The Lake Oswego Interceptor Sewer is no electron supercollider in terms of complexity, but its design has received serious scrutiny by a team of engineers to ensure it provides reliable, long-term service. Last week's column (by Joel Komarek, project director for the city of Lake Oswego's LOIS project) addressed how the principles of gravity, thermal expansion and buoyancy are guiding the LOIS pipeline design.
This week, the focus is on interceptor component design and how the LOIS replacement will be stronger, more corrosion resistant, more flexible and more seismically resistant than the existing pipeline.
The sewer pipe: The design team evaluated a wide range of materials to find the most suitable for the environment (the lake) and for the contents it will carry (sewage). These materials included steel, ductile iron, polyvinyl chloride (PVC), carbon fiber reinforced resin, fiberglass, high density polyethylene (HDPE), and concrete.
The team determined that HDPE pipe is the ideal material:
It's tough. A 50-year track record in severe marine environments demonstrates its impact resistance. Unlike more brittle materials, HDPE will not be damaged by the anchors from recreational boats on Oswego Lake.
It's strong. Fifty-foot pipe lengths joined into 1,500-foot segments by heat fusion welding results in a continuous, jointless pipe, unlike the existing interceptor, which has a gasketed, push-on joint every 32 feet. The walls of the pipe are over 3-inches thick to resist more than 2.5 times the maximum water pressure for 100 years and to ensure that any nicks, cuts, or scrapes are structurally insignificant.
It's flexible, making it the ideal material for seismic events and handling during installation.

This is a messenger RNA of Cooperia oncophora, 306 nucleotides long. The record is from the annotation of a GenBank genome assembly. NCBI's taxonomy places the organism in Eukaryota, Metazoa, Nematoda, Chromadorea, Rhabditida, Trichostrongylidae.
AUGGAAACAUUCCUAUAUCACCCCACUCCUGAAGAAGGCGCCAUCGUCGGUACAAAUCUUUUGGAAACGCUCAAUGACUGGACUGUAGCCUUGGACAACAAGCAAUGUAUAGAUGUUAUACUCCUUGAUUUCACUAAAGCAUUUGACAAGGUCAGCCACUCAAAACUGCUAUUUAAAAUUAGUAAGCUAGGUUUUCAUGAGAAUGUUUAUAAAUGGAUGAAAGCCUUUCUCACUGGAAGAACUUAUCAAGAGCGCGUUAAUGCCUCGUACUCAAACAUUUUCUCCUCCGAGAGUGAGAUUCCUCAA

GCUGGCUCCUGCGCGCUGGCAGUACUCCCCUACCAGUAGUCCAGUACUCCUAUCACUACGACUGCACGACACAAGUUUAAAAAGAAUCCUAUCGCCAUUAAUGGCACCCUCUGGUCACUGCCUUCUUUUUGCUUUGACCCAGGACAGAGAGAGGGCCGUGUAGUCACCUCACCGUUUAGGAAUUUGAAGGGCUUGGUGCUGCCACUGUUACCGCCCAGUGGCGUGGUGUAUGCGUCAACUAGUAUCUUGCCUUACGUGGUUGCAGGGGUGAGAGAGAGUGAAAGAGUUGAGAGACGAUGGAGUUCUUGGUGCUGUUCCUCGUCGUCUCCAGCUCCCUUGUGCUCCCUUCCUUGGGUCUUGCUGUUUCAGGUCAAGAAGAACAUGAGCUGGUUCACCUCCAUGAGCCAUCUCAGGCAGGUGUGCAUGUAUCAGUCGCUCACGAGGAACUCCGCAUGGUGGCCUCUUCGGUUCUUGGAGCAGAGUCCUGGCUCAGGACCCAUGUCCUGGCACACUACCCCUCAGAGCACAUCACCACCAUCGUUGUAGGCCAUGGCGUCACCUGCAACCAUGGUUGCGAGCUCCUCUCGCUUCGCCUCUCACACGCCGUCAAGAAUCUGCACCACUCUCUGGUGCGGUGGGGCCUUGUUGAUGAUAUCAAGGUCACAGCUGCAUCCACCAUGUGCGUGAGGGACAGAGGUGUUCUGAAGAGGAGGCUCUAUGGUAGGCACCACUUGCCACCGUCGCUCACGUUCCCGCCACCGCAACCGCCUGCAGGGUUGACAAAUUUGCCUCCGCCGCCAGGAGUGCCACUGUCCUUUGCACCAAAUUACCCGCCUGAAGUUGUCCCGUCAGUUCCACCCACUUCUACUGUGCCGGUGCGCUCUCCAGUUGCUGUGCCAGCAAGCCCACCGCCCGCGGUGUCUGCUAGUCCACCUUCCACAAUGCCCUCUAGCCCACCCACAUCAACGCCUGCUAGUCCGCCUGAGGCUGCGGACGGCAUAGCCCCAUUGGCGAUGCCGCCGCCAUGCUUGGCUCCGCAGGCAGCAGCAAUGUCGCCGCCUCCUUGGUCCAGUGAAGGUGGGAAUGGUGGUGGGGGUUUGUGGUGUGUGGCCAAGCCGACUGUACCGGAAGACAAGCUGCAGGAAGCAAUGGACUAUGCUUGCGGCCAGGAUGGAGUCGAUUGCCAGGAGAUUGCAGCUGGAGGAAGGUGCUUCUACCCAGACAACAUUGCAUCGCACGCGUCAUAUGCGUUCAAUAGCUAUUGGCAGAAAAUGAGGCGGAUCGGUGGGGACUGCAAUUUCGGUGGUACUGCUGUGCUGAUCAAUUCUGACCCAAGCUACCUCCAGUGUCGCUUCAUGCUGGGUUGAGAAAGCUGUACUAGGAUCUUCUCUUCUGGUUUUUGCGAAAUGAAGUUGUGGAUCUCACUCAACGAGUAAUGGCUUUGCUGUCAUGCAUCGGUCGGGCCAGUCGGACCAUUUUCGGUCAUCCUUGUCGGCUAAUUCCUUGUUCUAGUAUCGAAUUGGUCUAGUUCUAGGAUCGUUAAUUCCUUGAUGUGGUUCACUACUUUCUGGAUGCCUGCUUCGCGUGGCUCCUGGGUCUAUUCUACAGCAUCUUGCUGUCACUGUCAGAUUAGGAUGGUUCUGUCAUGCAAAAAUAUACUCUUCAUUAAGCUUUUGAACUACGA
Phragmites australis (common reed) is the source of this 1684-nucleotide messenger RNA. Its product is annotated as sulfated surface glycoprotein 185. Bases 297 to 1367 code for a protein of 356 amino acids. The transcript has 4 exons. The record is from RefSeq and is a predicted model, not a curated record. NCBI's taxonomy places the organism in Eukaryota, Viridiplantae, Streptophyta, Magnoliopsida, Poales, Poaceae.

It can't corrode, unlike concrete, steel and ductile iron.
The buoyancy pipe: The smaller buoyancy pipe below the sewer maintains the proper grade for gravity flow in all conditions. This pipe is made of the same HDPE material as the sewer pipe and is designed to maintain buoyancy in typical operations and through extreme circumstances. For instance, the system will remain buoyant even if the sewer is full of sediment and the outside of the pipes are covered by an invasive species like zebra or quagga mussels.
Anchors: Anchors are needed to hold the pipe solidly into the bedrock under the lake. A wide range of anchor types were considered. Rock anchors were selected because they are assured to stay in place in the lake's unique geologic conditions. They have a long track record of performance in critical facilities such as dams, buildings, bridges and tunnels. Upon installation, every installed anchor will be tested to 150 percent of the extreme load condition to ensure proper installation. By keeping the anchors close together, any upward movement of the pipe is controlled to ¼ inch over 100 years.
Tethers and Brackets: Made of stainless steel wire rope, the tethers holding the pipe down will also be sized to handle extreme load conditions. For instance, if the sewer pipe were entirely empty and half the anchors were out of service, the tethers are still designed to provide 30 percent more strength than needed. If anything unanticipated should disrupt the final grade of the pipeline, it can be fine-tuned by adjustable turnbuckles on each tether. The tether brackets connect the tethers to the sewer and the sewer and buoyancy pipes to each other. All bracket parts will be HDPE and stainless steel to prevent corrosion.
Seismic: The entire system is designed to survive without any repairs an earthquake with a 200-year average recurrence interval and with only minor repairs an earthquake with a 1,000-year average recurrence. This high level of protection comes at no additional cost as the buoyant approach provides an inherently flexible, seismically resistant system.
For more information about the LOIS Project, go to ttp://www.loisnews.com . And watch this column in future weeks for answers to further questions about this critical pipeline.